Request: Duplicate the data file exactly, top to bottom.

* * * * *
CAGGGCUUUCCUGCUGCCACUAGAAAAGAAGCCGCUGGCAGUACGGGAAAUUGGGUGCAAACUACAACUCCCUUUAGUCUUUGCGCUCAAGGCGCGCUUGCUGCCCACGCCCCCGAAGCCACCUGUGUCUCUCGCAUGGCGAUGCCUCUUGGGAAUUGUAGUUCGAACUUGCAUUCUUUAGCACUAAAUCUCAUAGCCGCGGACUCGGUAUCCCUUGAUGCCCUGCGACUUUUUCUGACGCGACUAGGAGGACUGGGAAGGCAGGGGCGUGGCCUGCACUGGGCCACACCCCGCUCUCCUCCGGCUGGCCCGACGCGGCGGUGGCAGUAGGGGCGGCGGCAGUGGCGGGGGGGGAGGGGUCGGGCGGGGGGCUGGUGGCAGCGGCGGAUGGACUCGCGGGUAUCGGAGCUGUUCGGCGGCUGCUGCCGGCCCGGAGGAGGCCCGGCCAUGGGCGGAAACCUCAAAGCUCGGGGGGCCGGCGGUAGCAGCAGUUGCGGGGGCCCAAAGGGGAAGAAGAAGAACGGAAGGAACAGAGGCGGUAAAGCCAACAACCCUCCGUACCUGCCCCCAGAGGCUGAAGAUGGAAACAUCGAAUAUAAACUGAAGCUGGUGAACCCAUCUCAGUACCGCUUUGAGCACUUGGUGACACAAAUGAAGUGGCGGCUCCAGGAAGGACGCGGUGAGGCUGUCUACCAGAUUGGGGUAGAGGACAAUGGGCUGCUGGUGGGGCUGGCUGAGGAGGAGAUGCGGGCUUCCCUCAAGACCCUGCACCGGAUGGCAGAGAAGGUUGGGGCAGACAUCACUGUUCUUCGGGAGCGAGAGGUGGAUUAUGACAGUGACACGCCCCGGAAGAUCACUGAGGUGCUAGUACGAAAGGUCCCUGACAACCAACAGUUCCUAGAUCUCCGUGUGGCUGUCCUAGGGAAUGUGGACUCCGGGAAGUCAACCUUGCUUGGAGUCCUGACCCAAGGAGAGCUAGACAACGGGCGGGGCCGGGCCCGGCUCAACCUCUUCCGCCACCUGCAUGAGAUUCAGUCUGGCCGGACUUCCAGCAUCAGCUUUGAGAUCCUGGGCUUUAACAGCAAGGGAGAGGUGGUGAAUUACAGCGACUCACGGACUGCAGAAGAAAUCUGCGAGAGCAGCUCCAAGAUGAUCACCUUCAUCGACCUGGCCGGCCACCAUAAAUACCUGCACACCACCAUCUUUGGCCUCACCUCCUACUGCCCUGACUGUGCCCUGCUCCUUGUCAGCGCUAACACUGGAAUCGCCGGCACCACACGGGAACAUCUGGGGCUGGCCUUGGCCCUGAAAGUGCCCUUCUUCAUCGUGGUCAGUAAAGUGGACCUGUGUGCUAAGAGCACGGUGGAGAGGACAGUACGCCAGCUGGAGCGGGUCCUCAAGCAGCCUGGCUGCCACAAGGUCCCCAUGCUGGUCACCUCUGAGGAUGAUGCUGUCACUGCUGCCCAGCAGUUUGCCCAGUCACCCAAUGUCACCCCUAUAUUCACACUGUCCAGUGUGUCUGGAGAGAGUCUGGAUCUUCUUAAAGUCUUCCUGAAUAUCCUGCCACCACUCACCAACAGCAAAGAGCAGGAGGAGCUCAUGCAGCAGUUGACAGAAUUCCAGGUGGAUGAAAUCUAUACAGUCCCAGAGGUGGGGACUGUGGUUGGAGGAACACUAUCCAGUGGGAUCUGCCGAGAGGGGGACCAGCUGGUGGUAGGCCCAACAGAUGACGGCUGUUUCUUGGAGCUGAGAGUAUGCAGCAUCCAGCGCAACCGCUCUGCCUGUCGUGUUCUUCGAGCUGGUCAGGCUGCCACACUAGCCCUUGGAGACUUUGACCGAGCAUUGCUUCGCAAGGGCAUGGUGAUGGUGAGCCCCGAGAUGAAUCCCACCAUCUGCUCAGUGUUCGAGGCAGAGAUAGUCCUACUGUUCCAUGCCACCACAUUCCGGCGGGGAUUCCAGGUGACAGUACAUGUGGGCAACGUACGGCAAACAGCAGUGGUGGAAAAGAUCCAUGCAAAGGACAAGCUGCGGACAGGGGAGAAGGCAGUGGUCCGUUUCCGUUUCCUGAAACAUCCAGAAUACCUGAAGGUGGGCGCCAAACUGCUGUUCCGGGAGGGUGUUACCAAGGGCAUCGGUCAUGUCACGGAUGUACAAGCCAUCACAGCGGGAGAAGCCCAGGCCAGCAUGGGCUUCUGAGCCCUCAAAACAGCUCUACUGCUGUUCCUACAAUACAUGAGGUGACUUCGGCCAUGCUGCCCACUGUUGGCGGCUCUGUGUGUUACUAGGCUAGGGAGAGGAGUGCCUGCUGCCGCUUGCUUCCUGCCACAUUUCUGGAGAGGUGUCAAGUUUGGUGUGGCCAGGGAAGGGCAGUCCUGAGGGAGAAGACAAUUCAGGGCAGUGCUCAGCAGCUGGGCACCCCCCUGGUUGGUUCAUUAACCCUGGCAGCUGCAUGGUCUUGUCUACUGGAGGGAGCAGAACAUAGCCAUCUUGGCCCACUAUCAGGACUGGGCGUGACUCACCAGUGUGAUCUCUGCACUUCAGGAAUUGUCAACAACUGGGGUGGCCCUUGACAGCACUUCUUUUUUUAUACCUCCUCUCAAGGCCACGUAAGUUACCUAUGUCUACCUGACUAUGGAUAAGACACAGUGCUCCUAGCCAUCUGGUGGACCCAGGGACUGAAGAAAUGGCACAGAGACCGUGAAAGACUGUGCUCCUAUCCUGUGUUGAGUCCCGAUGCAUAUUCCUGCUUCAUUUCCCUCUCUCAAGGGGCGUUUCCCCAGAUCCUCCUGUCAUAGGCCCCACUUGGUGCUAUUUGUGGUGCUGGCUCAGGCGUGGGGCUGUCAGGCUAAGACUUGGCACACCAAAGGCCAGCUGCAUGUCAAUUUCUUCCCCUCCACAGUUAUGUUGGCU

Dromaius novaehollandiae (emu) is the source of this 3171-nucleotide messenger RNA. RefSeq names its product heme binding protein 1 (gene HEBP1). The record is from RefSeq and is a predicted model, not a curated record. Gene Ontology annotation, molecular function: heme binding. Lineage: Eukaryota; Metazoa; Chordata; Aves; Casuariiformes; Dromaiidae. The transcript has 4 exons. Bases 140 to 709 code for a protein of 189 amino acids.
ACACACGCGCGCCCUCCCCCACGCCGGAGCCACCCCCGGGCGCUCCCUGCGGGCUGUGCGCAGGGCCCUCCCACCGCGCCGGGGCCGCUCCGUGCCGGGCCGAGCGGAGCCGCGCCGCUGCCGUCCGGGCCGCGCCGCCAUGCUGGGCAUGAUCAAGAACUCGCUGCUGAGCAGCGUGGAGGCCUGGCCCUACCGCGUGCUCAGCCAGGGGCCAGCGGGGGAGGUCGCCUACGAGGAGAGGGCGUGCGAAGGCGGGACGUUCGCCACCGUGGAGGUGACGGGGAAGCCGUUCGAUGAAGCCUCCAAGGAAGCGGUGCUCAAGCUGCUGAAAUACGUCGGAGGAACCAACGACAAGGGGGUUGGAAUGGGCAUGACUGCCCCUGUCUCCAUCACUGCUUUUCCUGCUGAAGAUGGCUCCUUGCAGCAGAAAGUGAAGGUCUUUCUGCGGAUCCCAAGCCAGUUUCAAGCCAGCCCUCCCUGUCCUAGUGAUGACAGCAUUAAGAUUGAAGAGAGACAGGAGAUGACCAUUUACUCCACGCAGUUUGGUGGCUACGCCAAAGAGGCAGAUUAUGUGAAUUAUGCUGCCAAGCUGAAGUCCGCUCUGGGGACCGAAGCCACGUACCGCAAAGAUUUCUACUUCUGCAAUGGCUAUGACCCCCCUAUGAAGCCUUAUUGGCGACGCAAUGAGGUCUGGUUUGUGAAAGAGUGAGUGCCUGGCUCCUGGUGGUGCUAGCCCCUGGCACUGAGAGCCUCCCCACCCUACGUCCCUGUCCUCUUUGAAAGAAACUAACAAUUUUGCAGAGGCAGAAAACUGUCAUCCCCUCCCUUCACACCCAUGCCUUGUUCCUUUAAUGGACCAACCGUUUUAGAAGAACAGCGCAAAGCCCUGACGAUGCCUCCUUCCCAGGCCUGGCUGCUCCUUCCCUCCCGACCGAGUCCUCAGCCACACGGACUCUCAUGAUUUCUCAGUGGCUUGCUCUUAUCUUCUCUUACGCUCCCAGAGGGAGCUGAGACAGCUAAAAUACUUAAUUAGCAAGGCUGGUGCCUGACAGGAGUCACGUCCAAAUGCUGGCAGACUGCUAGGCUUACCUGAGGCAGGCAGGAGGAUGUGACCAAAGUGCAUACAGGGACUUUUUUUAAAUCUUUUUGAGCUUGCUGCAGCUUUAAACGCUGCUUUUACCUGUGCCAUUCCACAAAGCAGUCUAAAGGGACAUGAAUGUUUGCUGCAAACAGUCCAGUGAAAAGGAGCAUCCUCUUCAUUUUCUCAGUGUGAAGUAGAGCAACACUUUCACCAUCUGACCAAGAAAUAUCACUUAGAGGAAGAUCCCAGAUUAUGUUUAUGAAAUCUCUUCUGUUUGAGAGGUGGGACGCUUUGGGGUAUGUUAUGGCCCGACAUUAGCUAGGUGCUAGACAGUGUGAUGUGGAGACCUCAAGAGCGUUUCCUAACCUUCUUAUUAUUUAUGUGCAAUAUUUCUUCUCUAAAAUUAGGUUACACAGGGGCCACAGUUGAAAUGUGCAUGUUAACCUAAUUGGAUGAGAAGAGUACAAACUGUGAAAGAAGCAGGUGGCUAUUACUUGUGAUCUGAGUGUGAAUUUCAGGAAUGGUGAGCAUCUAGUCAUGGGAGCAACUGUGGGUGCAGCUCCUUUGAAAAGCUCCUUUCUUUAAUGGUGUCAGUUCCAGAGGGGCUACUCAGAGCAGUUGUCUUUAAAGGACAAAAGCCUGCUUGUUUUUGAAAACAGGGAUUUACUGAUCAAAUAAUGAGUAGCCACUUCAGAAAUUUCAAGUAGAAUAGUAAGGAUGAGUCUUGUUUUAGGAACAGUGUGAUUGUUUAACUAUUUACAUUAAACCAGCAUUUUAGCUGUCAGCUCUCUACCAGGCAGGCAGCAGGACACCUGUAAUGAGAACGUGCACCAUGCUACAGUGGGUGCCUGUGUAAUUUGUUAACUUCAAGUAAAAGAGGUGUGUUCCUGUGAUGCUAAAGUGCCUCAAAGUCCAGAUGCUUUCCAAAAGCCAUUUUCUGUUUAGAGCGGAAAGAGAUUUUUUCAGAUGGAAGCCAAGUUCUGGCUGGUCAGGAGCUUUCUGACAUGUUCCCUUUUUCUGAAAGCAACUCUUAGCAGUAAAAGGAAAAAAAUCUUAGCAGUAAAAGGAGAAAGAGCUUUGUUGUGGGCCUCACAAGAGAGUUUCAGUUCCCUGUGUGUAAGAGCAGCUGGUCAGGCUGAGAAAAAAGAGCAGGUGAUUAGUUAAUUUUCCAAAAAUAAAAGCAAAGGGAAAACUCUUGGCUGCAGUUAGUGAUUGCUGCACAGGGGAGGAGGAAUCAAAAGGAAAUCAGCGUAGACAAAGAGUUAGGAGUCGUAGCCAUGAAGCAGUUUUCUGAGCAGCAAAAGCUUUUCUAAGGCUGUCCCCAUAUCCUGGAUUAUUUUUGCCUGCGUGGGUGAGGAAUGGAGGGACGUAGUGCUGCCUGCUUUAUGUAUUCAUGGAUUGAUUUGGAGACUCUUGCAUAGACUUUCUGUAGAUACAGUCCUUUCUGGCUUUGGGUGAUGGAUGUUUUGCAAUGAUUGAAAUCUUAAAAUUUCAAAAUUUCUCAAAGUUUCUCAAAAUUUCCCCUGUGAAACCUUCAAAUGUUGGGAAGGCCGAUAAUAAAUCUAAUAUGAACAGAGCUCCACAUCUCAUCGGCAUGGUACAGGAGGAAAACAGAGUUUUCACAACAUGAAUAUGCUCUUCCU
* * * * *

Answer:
CAGGGCUUUCCUGCUGCCACUAGAAAAGAAGCCGCUGGCAGUACGGGAAAUUGGGUGCAAACUACAACUCCCUUUAGUCUUUGCGCUCAAGGCGCGCUUGCUGCCCACGCCCCCGAAGCCACCUGUGUCUCUCGCAUGGCGAUGCCUCUUGGGAAUUGUAGUUCGAACUUGCAUUCUUUAGCACUAAAUCUCAUAGCCGCGGACUCGGUAUCCCUUGAUGCCCUGCGACUUUUUCUGACGCGACUAGGAGGACUGGGAAGGCAGGGGCGUGGCCUGCACUGGGCCACACCCCGCUCUCCUCCGGCUGGCCCGACGCGGCGGUGGCAGUAGGGGCGGCGGCAGUGGCGGGGGGGGAGGGGUCGGGCGGGGGGCUGGUGGCAGCGGCGGAUGGACUCGCGGGUAUCGGAGCUGUUCGGCGGCUGCUGCCGGCCCGGAGGAGGCCCGGCCAUGGGCGGAAACCUCAAAGCUCGGGGGGCCGGCGGUAGCAGCAGUUGCGGGGGCCCAAAGGGGAAGAAGAAGAACGGAAGGAACAGAGGCGGUAAAGCCAACAACCCUCCGUACCUGCCCCCAGAGGCUGAAGAUGGAAACAUCGAAUAUAAACUGAAGCUGGUGAACCCAUCUCAGUACCGCUUUGAGCACUUGGUGACACAAAUGAAGUGGCGGCUCCAGGAAGGACGCGGUGAGGCUGUCUACCAGAUUGGGGUAGAGGACAAUGGGCUGCUGGUGGGGCUGGCUGAGGAGGAGAUGCGGGCUUCCCUCAAGACCCUGCACCGGAUGGCAGAGAAGGUUGGGGCAGACAUCACUGUUCUUCGGGAGCGAGAGGUGGAUUAUGACAGUGACACGCCCCGGAAGAUCACUGAGGUGCUAGUACGAAAGGUCCCUGACAACCAACAGUUCCUAGAUCUCCGUGUGGCUGUCCUAGGGAAUGUGGACUCCGGGAAGUCAACCUUGCUUGGAGUCCUGACCCAAGGAGAGCUAGACAACGGGCGGGGCCGGGCCCGGCUCAACCUCUUCCGCCACCUGCAUGAGAUUCAGUCUGGCCGGACUUCCAGCAUCAGCUUUGAGAUCCUGGGCUUUAACAGCAAGGGAGAGGUGGUGAAUUACAGCGACUCACGGACUGCAGAAGAAAUCUGCGAGAGCAGCUCCAAGAUGAUCACCUUCAUCGACCUGGCCGGCCACCAUAAAUACCUGCACACCACCAUCUUUGGCCUCACCUCCUACUGCCCUGACUGUGCCCUGCUCCUUGUCAGCGCUAACACUGGAAUCGCCGGCACCACACGGGAACAUCUGGGGCUGGCCUUGGCCCUGAAAGUGCCCUUCUUCAUCGUGGUCAGUAAAGUGGACCUGUGUGCUAAGAGCACGGUGGAGAGGACAGUACGCCAGCUGGAGCGGGUCCUCAAGCAGCCUGGCUGCCACAAGGUCCCCAUGCUGGUCACCUCUGAGGAUGAUGCUGUCACUGCUGCCCAGCAGUUUGCCCAGUCACCCAAUGUCACCCCUAUAUUCACACUGUCCAGUGUGUCUGGAGAGAGUCUGGAUCUUCUUAAAGUCUUCCUGAAUAUCCUGCCACCACUCACCAACAGCAAAGAGCAGGAGGAGCUCAUGCAGCAGUUGACAGAAUUCCAGGUGGAUGAAAUCUAUACAGUCCCAGAGGUGGGGACUGUGGUUGGAGGAACACUAUCCAGUGGGAUCUGCCGAGAGGGGGACCAGCUGGUGGUAGGCCCAACAGAUGACGGCUGUUUCUUGGAGCUGAGAGUAUGCAGCAUCCAGCGCAACCGCUCUGCCUGUCGUGUUCUUCGAGCUGGUCAGGCUGCCACACUAGCCCUUGGAGACUUUGACCGAGCAUUGCUUCGCAAGGGCAUGGUGAUGGUGAGCCCCGAGAUGAAUCCCACCAUCUGCUCAGUGUUCGAGGCAGAGAUAGUCCUACUGUUCCAUGCCACCACAUUCCGGCGGGGAUUCCAGGUGACAGUACAUGUGGGCAACGUACGGCAAACAGCAGUGGUGGAAAAGAUCCAUGCAAAGGACAAGCUGCGGACAGGGGAGAAGGCAGUGGUCCGUUUCCGUUUCCUGAAACAUCCAGAAUACCUGAAGGUGGGCGCCAAACUGCUGUUCCGGGAGGGUGUUACCAAGGGCAUCGGUCAUGUCACGGAUGUACAAGCCAUCACAGCGGGAGAAGCCCAGGCCAGCAUGGGCUUCUGAGCCCUCAAAACAGCUCUACUGCUGUUCCUACAAUACAUGAGGUGACUUCGGCCAUGCUGCCCACUGUUGGCGGCUCUGUGUGUUACUAGGCUAGGGAGAGGAGUGCCUGCUGCCGCUUGCUUCCUGCCACAUUUCUGGAGAGGUGUCAAGUUUGGUGUGGCCAGGGAAGGGCAGUCCUGAGGGAGAAGACAAUUCAGGGCAGUGCUCAGCAGCUGGGCACCCCCCUGGUUGGUUCAUUAACCCUGGCAGCUGCAUGGUCUUGUCUACUGGAGGGAGCAGAACAUAGCCAUCUUGGCCCACUAUCAGGACUGGGCGUGACUCACCAGUGUGAUCUCUGCACUUCAGGAAUUGUCAACAACUGGGGUGGCCCUUGACAGCACUUCUUUUUUUAUACCUCCUCUCAAGGCCACGUAAGUUACCUAUGUCUACCUGACUAUGGAUAAGACACAGUGCUCCUAGCCAUCUGGUGGACCCAGGGACUGAAGAAAUGGCACAGAGACCGUGAAAGACUGUGCUCCUAUCCUGUGUUGAGUCCCGAUGCAUAUUCCUGCUUCAUUUCCCUCUCUCAAGGGGCGUUUCCCCAGAUCCUCCUGUCAUAGGCCCCACUUGGUGCUAUUUGUGGUGCUGGCUCAGGCGUGGGGCUGUCAGGCUAAGACUUGGCACACCAAAGGCCAGCUGCAUGUCAAUUUCUUCCCCUCCACAGUUAUGUUGGCU

Dromaius novaehollandiae (emu) is the source of this 3171-nucleotide messenger RNA. RefSeq names its product heme binding protein 1 (gene HEBP1). The record is from RefSeq and is a predicted model, not a curated record. Gene Ontology annotation, molecular function: heme binding. Lineage: Eukaryota; Metazoa; Chordata; Aves; Casuariiformes; Dromaiidae. The transcript has 4 exons. Bases 140 to 709 code for a protein of 189 amino acids.
ACACACGCGCGCCCUCCCCCACGCCGGAGCCACCCCCGGGCGCUCCCUGCGGGCUGUGCGCAGGGCCCUCCCACCGCGCCGGGGCCGCUCCGUGCCGGGCCGAGCGGAGCCGCGCCGCUGCCGUCCGGGCCGCGCCGCCAUGCUGGGCAUGAUCAAGAACUCGCUGCUGAGCAGCGUGGAGGCCUGGCCCUACCGCGUGCUCAGCCAGGGGCCAGCGGGGGAGGUCGCCUACGAGGAGAGGGCGUGCGAAGGCGGGACGUUCGCCACCGUGGAGGUGACGGGGAAGCCGUUCGAUGAAGCCUCCAAGGAAGCGGUGCUCAAGCUGCUGAAAUACGUCGGAGGAACCAACGACAAGGGGGUUGGAAUGGGCAUGACUGCCCCUGUCUCCAUCACUGCUUUUCCUGCUGAAGAUGGCUCCUUGCAGCAGAAAGUGAAGGUCUUUCUGCGGAUCCCAAGCCAGUUUCAAGCCAGCCCUCCCUGUCCUAGUGAUGACAGCAUUAAGAUUGAAGAGAGACAGGAGAUGACCAUUUACUCCACGCAGUUUGGUGGCUACGCCAAAGAGGCAGAUUAUGUGAAUUAUGCUGCCAAGCUGAAGUCCGCUCUGGGGACCGAAGCCACGUACCGCAAAGAUUUCUACUUCUGCAAUGGCUAUGACCCCCCUAUGAAGCCUUAUUGGCGACGCAAUGAGGUCUGGUUUGUGAAAGAGUGAGUGCCUGGCUCCUGGUGGUGCUAGCCCCUGGCACUGAGAGCCUCCCCACCCUACGUCCCUGUCCUCUUUGAAAGAAACUAACAAUUUUGCAGAGGCAGAAAACUGUCAUCCCCUCCCUUCACACCCAUGCCUUGUUCCUUUAAUGGACCAACCGUUUUAGAAGAACAGCGCAAAGCCCUGACGAUGCCUCCUUCCCAGGCCUGGCUGCUCCUUCCCUCCCGACCGAGUCCUCAGCCACACGGACUCUCAUGAUUUCUCAGUGGCUUGCUCUUAUCUUCUCUUACGCUCCCAGAGGGAGCUGAGACAGCUAAAAUACUUAAUUAGCAAGGCUGGUGCCUGACAGGAGUCACGUCCAAAUGCUGGCAGACUGCUAGGCUUACCUGAGGCAGGCAGGAGGAUGUGACCAAAGUGCAUACAGGGACUUUUUUUAAAUCUUUUUGAGCUUGCUGCAGCUUUAAACGCUGCUUUUACCUGUGCCAUUCCACAAAGCAGUCUAAAGGGACAUGAAUGUUUGCUGCAAACAGUCCAGUGAAAAGGAGCAUCCUCUUCAUUUUCUCAGUGUGAAGUAGAGCAACACUUUCACCAUCUGACCAAGAAAUAUCACUUAGAGGAAGAUCCCAGAUUAUGUUUAUGAAAUCUCUUCUGUUUGAGAGGUGGGACGCUUUGGGGUAUGUUAUGGCCCGACAUUAGCUAGGUGCUAGACAGUGUGAUGUGGAGACCUCAAGAGCGUUUCCUAACCUUCUUAUUAUUUAUGUGCAAUAUUUCUUCUCUAAAAUUAGGUUACACAGGGGCCACAGUUGAAAUGUGCAUGUUAACCUAAUUGGAUGAGAAGAGUACAAACUGUGAAAGAAGCAGGUGGCUAUUACUUGUGAUCUGAGUGUGAAUUUCAGGAAUGGUGAGCAUCUAGUCAUGGGAGCAACUGUGGGUGCAGCUCCUUUGAAAAGCUCCUUUCUUUAAUGGUGUCAGUUCCAGAGGGGCUACUCAGAGCAGUUGUCUUUAAAGGACAAAAGCCUGCUUGUUUUUGAAAACAGGGAUUUACUGAUCAAAUAAUGAGUAGCCACUUCAGAAAUUUCAAGUAGAAUAGUAAGGAUGAGUCUUGUUUUAGGAACAGUGUGAUUGUUUAACUAUUUACAUUAAACCAGCAUUUUAGCUGUCAGCUCUCUACCAGGCAGGCAGCAGGACACCUGUAAUGAGAACGUGCACCAUGCUACAGUGGGUGCCUGUGUAAUUUGUUAACUUCAAGUAAAAGAGGUGUGUUCCUGUGAUGCUAAAGUGCCUCAAAGUCCAGAUGCUUUCCAAAAGCCAUUUUCUGUUUAGAGCGGAAAGAGAUUUUUUCAGAUGGAAGCCAAGUUCUGGCUGGUCAGGAGCUUUCUGACAUGUUCCCUUUUUCUGAAAGCAACUCUUAGCAGUAAAAGGAAAAAAAUCUUAGCAGUAAAAGGAGAAAGAGCUUUGUUGUGGGCCUCACAAGAGAGUUUCAGUUCCCUGUGUGUAAGAGCAGCUGGUCAGGCUGAGAAAAAAGAGCAGGUGAUUAGUUAAUUUUCCAAAAAUAAAAGCAAAGGGAAAACUCUUGGCUGCAGUUAGUGAUUGCUGCACAGGGGAGGAGGAAUCAAAAGGAAAUCAGCGUAGACAAAGAGUUAGGAGUCGUAGCCAUGAAGCAGUUUUCUGAGCAGCAAAAGCUUUUCUAAGGCUGUCCCCAUAUCCUGGAUUAUUUUUGCCUGCGUGGGUGAGGAAUGGAGGGACGUAGUGCUGCCUGCUUUAUGUAUUCAUGGAUUGAUUUGGAGACUCUUGCAUAGACUUUCUGUAGAUACAGUCCUUUCUGGCUUUGGGUGAUGGAUGUUUUGCAAUGAUUGAAAUCUUAAAAUUUCAAAAUUUCUCAAAGUUUCUCAAAAUUUCCCCUGUGAAACCUUCAAAUGUUGGGAAGGCCGAUAAUAAAUCUAAUAUGAACAGAGCUCCACAUCUCAUCGGCAUGGUACAGGAGGAAAACAGAGUUUUCACAACAUGAAUAUGCUCUUCCU